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Topic Suggestion Description

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View Topic Suggestion Disposition (PDF) 52 kB

Date submitted: November 23, 2010

Briefly describe a specific question, or set of related questions, about a health care test or treatment that this program should consider.
• Measurement and outcomes need consensus definitions
• State Medicaid programs need robust HEDIS and NCQA measures for all severe and persistent mental health conditions.
• Consensus definitions would help answer questions such as “Does the use of validated and evidence-based outcomes measures improve care (outcomes) for people with SPMI’s?” “Does the use of validated and evidence-based outcomes measures improve clinician outcomes?”—meaning, does the provider get better at what he or she does through the use of outcomes measures? “Do systems of care get better when they use validated, evidence-based outcomes measures?”—meaning, do whole systems get better at what they are intended to do through the use of outcomes measures?
• Overall, can systematic outcomes measurement be used to improve outcomes for patients, individual providers, and systems?
Does your question include a comparison of different health care approaches? (If no, your topic will still be considered.)
yes
If yes, explain the specific technologies, devices, drugs, or interventions you would like to see compared:
• Compare the effectiveness of common treatments for people with SMI with regard to patient-centered and patient-relevant outcomes (e.g., disability, functional capacity, quality of life, employment, and housing).
• Compare the effectiveness of alternative redesign strategies- such as using multidisciplinary treatment, electronic health records, decision support capabilities, and personal health records- for increasing health professionals’ compliance with evidence-based guidelines, increasing patients’ adherence to guideline-based regimens, and improving continuity of care and communication.
• Compare technological interventions with standard care.
• Compare the effectiveness of systems that build routine outcomes measurement into the care path with those that do not take this approach.
• Within systems that are moving toward routine outcomes measurement, compare the effectiveness of providers (or programs) that use this approach with those that do not.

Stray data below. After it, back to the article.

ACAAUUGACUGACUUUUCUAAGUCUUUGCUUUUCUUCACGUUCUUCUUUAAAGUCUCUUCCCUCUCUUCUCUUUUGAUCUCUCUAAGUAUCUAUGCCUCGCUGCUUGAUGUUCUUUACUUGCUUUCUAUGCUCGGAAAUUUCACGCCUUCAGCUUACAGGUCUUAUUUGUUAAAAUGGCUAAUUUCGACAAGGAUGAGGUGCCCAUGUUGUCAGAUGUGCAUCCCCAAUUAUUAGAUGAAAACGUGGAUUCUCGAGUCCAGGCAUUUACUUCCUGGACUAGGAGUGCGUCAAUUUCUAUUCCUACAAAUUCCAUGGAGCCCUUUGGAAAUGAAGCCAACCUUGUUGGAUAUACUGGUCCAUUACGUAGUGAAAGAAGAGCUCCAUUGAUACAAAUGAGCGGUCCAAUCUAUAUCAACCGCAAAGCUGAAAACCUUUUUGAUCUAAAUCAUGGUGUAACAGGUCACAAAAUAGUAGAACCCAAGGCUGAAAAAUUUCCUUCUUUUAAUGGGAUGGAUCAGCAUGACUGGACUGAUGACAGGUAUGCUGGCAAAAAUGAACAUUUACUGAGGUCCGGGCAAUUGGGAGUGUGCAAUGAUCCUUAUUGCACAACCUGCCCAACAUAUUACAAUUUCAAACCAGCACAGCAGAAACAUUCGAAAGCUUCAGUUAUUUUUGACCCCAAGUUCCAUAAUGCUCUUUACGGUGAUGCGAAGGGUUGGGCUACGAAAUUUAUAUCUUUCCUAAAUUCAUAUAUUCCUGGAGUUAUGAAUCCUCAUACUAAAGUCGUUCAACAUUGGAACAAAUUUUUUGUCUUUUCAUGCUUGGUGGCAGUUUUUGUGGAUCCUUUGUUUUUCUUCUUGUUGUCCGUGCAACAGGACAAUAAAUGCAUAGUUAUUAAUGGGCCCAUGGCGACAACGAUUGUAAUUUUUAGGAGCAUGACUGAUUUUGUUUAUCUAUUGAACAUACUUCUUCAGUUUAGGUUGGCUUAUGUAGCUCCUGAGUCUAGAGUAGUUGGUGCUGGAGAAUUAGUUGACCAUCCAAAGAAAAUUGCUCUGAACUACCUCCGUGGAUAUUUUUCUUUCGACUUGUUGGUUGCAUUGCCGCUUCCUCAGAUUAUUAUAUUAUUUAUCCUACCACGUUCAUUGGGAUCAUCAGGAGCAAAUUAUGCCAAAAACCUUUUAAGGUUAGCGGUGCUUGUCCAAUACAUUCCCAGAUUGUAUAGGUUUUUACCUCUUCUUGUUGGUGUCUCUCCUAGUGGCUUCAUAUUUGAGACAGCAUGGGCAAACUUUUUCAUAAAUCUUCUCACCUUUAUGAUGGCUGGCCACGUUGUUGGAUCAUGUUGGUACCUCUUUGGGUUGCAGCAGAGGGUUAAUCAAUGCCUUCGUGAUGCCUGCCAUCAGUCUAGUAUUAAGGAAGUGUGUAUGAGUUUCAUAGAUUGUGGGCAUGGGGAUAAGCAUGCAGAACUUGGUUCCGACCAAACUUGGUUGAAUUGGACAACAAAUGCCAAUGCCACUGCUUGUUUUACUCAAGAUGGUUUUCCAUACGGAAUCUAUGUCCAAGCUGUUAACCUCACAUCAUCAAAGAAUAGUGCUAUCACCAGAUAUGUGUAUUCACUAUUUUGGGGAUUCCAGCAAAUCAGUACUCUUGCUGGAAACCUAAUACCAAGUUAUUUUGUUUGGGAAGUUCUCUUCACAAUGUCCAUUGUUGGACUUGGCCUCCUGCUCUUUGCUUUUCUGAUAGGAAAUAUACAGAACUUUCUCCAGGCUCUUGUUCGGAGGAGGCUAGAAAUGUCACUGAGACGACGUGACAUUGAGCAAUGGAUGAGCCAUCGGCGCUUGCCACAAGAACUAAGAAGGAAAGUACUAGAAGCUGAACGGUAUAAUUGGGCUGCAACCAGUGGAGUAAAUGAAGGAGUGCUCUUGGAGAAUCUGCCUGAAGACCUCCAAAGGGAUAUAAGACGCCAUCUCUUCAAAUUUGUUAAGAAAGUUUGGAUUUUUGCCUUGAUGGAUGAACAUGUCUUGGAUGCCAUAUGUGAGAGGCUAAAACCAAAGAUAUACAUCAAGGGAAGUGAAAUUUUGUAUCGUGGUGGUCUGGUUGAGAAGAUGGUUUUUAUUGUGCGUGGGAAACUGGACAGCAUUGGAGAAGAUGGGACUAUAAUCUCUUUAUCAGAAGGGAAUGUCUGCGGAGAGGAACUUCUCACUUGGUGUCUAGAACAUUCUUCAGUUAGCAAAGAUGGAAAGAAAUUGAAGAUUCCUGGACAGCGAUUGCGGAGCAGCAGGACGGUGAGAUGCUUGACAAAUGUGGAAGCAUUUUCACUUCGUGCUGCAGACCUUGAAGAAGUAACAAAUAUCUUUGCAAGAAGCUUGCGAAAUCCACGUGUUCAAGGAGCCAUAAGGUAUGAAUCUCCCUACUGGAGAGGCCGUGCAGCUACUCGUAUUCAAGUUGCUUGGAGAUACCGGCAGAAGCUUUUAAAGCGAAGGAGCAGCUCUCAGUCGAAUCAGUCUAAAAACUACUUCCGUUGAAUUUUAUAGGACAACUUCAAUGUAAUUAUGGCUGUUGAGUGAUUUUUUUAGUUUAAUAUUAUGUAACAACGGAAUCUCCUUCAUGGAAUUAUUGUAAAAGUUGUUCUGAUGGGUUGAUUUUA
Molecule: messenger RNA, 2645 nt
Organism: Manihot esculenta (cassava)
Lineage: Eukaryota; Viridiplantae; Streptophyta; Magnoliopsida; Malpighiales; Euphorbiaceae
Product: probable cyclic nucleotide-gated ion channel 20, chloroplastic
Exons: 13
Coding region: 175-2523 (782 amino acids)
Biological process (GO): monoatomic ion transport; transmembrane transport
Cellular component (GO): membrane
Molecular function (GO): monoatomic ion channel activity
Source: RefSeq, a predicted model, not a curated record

• Within systems that build routine outcomes measurement into the care path compare outcomes of providers (or programs) that actively use these measures to inform care vs. those who do not. For instance by tracking log ons by clinicians to systems that report outcomes on their clients.
What patients or group(s) of patients does your question apply to? (Please include specific details such as age range, gender, coexisting diagnoses, and indications for therapy.)
• Patients with Serious Mental Illness (SMI) (or specific mental illnesses)
• Age range
• Other clients who engage with a mental health or substance abuse treatment system
Are there subgroups of patients that your question might apply to? (For example, an ethnic group, stage or severity of a disease.)
Describe the health-related benefits you are interested in. (For example, improvements in patient symptoms or problems from treatment or diagnosis.)
• Shared decision making with patients in order to capture more information and to lead to more valid measures of coded medical data
• Identifying standard, accepted mental health outcomes --- much like blood pressure is accepted for general health --- such as the PHQ9 as part of records for mental health assessment
• Clearly identified priority outcomes for consumers
• Need for nationally recognized measures that are evidence based for MH conditions
• Identify best approaches for implementing measurement-based care
• Use outcomes data generated to improve outcomes for patients, providers, and systems. Not enough to capture the information. It must be used to drive improvement.
Describe any health-related risks, side effects, or harms that you are concerned about.
• None to minor risks, such as annoyance for patients who do not like to fill out forms. It can take time away from “treatment,” but the point is that outcomes measurement needs to be seen as part of treatment given the potential to guide and improve care.

Appropriateness for EHC Program

Does your question include a health care drug, intervention, device, or technology available (or likely to be available) in the U.S.?
yes
Which priority area(s) and population(s) does this topic apply to? (check all that apply)
EHC Priority Conditions (updated in 2008)
  • Depression and other mental health disorders
AHRQ Priority Populations
  • Low income groups
  • Minority groups
  • Women
  • Elderly
  • Individuals with special health care needs, including individuals with disabilities or who need chronic care or end-of-life health care
Federal Health Care Program
  • Medicaid
  • Medicare

Importance

Describe why this topic is important.